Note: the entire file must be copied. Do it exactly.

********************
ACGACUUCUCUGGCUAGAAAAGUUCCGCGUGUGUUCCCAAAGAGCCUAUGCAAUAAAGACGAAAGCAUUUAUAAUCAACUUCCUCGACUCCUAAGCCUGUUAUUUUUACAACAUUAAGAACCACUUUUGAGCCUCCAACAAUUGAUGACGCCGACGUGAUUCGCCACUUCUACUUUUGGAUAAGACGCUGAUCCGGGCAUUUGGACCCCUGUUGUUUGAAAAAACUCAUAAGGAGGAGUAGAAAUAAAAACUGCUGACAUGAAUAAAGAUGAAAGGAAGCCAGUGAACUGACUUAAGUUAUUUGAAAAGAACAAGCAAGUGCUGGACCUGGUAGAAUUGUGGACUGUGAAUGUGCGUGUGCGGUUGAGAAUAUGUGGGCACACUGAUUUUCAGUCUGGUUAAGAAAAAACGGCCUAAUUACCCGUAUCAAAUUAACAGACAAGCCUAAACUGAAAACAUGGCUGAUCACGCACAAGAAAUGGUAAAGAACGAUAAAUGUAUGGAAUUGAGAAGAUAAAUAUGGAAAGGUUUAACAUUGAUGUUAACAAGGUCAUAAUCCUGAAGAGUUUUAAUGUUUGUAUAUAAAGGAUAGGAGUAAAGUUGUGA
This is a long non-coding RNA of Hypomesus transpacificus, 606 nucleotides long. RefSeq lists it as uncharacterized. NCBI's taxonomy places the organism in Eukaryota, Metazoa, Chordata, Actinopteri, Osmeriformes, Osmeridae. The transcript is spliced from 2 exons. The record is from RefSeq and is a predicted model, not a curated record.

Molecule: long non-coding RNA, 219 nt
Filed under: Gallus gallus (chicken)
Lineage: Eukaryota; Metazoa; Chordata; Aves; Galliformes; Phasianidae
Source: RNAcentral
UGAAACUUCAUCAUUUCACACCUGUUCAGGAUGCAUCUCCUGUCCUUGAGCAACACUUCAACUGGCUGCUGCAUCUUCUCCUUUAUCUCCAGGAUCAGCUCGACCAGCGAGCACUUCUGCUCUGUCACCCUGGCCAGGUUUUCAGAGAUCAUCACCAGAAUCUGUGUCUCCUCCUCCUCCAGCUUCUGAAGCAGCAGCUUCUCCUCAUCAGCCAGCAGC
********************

ACGACUUCUCUGGCUAGAAAAGUUCCGCGUGUGUUCCCAAAGAGCCUAUGCAAUAAAGACGAAAGCAUUUAUAAUCAACUUCCUCGACUCCUAAGCCUGUUAUUUUUACAACAUUAAGAACCACUUUUGAGCCUCCAACAAUUGAUGACGCCGACGUGAUUCGCCACUUCUACUUUUGGAUAAGACGCUGAUCCGGGCAUUUGGACCCCUGUUGUUUGAAAAAACUCAUAAGGAGGAGUAGAAAUAAAAACUGCUGACAUGAAUAAAGAUGAAAGGAAGCCAGUGAACUGACUUAAGUUAUUUGAAAAGAACAAGCAAGUGCUGGACCUGGUAGAAUUGUGGACUGUGAAUGUGCGUGUGCGGUUGAGAAUAUGUGGGCACACUGAUUUUCAGUCUGGUUAAGAAAAAACGGCCUAAUUACCCGUAUCAAAUUAACAGACAAGCCUAAACUGAAAACAUGGCUGAUCACGCACAAGAAAUGGUAAAGAACGAUAAAUGUAUGGAAUUGAGAAGAUAAAUAUGGAAAGGUUUAACAUUGAUGUUAACAAGGUCAUAAUCCUGAAGAGUUUUAAUGUUUGUAUAUAAAGGAUAGGAGUAAAGUUGUGA
This is a long non-coding RNA of Hypomesus transpacificus, 606 nucleotides long. RefSeq lists it as uncharacterized. NCBI's taxonomy places the organism in Eukaryota, Metazoa, Chordata, Actinopteri, Osmeriformes, Osmeridae. The transcript is spliced from 2 exons. The record is from RefSeq and is a predicted model, not a curated record.

Molecule: long non-coding RNA, 219 nt
Filed under: Gallus gallus (chicken)
Lineage: Eukaryota; Metazoa; Chordata; Aves; Galliformes; Phasianidae
Source: RNAcentral
UGAAACUUCAUCAUUUCACACCUGUUCAGGAUGCAUCUCCUGUCCUUGAGCAACACUUCAACUGGCUGCUGCAUCUUCUCCUUUAUCUCCAGGAUCAGCUCGACCAGCGAGCACUUCUGCUCUGUCACCCUGGCCAGGUUUUCAGAGAUCAUCACCAGAAUCUGUGUCUCCUCCUCCUCCAGCUUCUGAAGCAGCAGCUUCUCCUCAUCAGCCAGCAGC